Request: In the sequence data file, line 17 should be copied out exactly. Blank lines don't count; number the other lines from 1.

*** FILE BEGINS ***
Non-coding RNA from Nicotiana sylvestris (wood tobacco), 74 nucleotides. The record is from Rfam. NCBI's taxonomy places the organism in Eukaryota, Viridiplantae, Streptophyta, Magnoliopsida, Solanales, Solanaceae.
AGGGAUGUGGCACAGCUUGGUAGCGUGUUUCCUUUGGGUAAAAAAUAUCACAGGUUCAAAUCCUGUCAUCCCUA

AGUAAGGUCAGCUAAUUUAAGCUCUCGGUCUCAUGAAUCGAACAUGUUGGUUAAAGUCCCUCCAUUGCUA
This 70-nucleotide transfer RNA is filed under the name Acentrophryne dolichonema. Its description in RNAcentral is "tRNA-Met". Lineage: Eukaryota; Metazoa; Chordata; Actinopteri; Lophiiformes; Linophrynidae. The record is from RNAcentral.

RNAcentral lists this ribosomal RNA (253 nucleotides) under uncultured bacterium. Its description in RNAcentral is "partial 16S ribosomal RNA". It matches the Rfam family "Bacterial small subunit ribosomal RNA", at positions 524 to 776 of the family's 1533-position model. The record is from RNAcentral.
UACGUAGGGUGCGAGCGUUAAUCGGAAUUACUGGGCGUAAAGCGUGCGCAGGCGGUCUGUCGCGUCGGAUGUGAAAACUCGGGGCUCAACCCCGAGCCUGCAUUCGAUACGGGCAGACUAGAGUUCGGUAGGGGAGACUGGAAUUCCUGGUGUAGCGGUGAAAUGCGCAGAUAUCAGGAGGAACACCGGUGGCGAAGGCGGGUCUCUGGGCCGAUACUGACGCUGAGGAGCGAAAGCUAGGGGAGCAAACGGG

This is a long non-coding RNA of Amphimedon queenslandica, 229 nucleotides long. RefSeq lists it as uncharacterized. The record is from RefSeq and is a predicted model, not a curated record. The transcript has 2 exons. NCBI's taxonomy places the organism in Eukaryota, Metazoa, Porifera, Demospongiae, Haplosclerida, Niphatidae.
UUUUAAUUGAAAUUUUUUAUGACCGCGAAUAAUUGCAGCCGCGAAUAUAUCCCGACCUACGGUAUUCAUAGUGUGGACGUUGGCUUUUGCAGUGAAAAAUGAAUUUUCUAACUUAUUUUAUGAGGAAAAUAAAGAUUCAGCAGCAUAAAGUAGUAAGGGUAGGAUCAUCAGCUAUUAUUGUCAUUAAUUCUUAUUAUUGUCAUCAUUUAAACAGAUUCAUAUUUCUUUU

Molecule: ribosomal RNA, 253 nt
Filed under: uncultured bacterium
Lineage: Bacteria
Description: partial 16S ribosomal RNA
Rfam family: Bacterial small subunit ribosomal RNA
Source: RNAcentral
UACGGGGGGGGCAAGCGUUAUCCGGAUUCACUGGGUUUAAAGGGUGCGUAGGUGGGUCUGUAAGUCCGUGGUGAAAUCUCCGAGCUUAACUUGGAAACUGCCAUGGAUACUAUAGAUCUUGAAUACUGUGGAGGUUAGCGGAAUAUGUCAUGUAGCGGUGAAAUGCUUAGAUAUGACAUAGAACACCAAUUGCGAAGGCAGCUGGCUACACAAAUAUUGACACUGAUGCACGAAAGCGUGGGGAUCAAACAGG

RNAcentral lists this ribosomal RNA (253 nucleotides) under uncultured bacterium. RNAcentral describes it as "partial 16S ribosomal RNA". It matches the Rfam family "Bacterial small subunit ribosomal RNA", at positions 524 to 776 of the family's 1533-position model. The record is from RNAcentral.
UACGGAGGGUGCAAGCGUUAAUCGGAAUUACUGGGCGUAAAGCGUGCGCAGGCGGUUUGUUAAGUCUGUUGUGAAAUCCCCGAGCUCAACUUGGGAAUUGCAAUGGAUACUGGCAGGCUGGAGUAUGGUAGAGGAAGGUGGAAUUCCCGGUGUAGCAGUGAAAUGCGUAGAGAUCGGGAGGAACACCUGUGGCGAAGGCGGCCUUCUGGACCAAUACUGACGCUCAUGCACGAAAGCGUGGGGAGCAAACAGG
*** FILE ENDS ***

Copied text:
UACGGAGGGUGCAAGCGUUAAUCGGAAUUACUGGGCGUAAAGCGUGCGCAGGCGGUUUGUUAAGUCUGUUGUGAAAUCCCCGAGCUCAACUUGGGAAUUGCAAUGGAUACUGGCAGGCUGGAGUAUGGUAGAGGAAGGUGGAAUUCCCGGUGUAGCAGUGAAAUGCGUAGAGAUCGGGAGGAACACCUGUGGCGAAGGCGGCCUUCUGGACCAAUACUGACGCUCAUGCACGAAAGCGUGGGGAGCAAACAGG